Everyone knows the first two lines of this poem, Casabianca, by Felicia Hemans (picture from here), so I thought I’d post it this week so we can all read the rest. Hemans was a very famous poet in her time but this is probably the only poem of hers that has survived. Casabianca is the name of the 13 year old boy, son to the ship’s captain, who, during the Battle of the Nile, stayed on board the burning ship while everyone else escaped. He was waiting for his father’s permission to leave his post but, unfortunately, his father was dying below decks. Whether the incident ever happened has been disputed but the poem was very popular as a recitation at concerts & in the schoolroom for many years.
The boy stood on the burning deck
Whence all but he had fled;
The flame that lit the battle’s wreck
Shone round him o’er the dead.
Yet beautiful and bright he stood,
As born to rule the storm;
A creature of heroic blood,
A proud, though childlike form.
The flames rolled on — he would not go
Without his father’s word;
That father, faint in death below,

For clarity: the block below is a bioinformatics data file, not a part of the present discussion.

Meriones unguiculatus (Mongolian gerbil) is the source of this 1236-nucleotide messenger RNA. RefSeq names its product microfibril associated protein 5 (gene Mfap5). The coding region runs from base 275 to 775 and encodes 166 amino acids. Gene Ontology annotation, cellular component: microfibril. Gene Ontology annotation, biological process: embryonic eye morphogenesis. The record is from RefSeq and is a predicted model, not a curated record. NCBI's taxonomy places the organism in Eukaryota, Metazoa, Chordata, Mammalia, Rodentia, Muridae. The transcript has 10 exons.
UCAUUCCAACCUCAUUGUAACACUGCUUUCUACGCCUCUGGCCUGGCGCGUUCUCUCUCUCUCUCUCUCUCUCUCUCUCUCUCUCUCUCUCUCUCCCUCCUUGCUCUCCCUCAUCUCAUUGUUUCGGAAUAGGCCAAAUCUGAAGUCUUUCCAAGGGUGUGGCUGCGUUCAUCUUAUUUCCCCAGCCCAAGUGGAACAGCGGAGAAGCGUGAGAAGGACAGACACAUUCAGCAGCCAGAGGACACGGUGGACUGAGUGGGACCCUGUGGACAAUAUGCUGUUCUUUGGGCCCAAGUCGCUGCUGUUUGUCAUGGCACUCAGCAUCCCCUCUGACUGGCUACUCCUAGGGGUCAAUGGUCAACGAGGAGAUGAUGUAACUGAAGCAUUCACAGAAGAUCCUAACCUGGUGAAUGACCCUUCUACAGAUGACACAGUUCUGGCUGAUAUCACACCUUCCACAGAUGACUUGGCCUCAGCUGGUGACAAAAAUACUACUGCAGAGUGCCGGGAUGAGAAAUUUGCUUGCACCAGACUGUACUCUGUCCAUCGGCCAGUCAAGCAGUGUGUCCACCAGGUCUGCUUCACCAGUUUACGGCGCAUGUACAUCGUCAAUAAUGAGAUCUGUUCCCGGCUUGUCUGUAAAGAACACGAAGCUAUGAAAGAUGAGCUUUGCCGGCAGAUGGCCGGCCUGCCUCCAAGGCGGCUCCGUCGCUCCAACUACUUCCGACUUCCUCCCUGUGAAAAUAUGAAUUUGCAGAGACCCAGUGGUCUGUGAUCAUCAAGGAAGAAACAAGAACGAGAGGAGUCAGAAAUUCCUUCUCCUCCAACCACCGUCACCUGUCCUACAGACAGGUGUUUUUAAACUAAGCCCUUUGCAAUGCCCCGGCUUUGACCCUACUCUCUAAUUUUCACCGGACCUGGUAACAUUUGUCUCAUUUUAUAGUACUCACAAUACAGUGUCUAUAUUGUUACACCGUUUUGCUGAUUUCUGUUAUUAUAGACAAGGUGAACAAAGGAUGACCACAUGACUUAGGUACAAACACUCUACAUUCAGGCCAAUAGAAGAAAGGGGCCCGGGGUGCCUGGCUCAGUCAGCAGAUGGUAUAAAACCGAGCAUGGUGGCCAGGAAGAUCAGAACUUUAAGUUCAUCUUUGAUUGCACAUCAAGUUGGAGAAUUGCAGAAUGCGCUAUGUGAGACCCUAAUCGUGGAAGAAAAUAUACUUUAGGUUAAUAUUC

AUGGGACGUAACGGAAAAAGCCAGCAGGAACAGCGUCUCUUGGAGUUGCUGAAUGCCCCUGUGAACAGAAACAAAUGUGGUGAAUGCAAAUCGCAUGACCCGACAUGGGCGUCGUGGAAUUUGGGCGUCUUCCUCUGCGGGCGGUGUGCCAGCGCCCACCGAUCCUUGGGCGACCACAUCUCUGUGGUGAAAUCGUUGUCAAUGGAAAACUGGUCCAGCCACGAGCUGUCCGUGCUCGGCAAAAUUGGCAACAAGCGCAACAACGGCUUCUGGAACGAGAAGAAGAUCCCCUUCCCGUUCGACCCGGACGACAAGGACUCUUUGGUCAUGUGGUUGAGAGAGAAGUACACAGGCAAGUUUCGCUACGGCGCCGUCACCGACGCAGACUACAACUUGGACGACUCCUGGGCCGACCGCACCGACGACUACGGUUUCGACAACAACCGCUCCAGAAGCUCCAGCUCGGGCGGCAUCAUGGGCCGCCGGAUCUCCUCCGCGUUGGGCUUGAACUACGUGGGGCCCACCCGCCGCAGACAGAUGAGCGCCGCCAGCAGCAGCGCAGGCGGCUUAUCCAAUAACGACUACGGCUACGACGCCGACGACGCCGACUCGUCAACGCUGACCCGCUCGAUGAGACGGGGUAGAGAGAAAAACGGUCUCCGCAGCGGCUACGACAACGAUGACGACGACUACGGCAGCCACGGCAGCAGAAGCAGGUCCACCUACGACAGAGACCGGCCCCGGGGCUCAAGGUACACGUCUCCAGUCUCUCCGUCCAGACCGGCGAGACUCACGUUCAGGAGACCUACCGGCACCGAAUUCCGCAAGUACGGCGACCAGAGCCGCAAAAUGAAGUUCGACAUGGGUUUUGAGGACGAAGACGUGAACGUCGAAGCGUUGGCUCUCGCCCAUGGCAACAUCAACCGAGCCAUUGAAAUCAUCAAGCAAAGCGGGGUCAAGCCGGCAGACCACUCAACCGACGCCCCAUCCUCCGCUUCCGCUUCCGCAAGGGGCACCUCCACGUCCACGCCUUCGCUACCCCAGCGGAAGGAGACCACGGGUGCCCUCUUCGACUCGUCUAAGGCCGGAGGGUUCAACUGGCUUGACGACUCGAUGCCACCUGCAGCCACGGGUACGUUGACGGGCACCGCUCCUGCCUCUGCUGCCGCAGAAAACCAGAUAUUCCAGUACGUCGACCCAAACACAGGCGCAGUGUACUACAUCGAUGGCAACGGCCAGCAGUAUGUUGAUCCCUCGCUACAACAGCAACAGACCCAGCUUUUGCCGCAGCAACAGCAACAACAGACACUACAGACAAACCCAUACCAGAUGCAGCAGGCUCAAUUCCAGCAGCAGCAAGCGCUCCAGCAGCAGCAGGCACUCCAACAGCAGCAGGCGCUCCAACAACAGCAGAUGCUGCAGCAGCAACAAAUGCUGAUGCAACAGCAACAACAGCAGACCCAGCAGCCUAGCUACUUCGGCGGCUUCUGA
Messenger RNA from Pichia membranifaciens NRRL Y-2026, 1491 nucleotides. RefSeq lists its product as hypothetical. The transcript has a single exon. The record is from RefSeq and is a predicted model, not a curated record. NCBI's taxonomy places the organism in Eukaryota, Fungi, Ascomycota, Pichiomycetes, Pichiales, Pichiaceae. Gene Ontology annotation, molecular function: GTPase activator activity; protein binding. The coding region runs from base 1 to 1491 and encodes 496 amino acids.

His voice no longer heard.
He called aloud — “Say, father, say,
If yet my task is done?”
He knew not that the chieftain lay
Unconscious of his son.
“Speak, father!” once again he cried,
“If I may yet be gone!”
And but the booming shots replied,
And fast the flames rolled on.
Upon his brow he felt their breath,
And in his waving hair,
And looked from that lone post of death
In still, yet brave despair.
And shouted but once more aloud,
“My father! must I stay?”
While o’er him fast, through sail and shroud,
The wreathing fires made way.
They wrapt the ship in splendor wild,
They caught the flag on high,
And streamed above the gallant child,
Like banners in the sky.
There came a burst of thunder sound–
The boy — oh! where was he?
Ask of the winds that far around
With fragments strewed the sea!–
With mast, and helm, and pennon fair
That well had borne their part–
But the noblest thing that perished there
Was that young, faithful heart.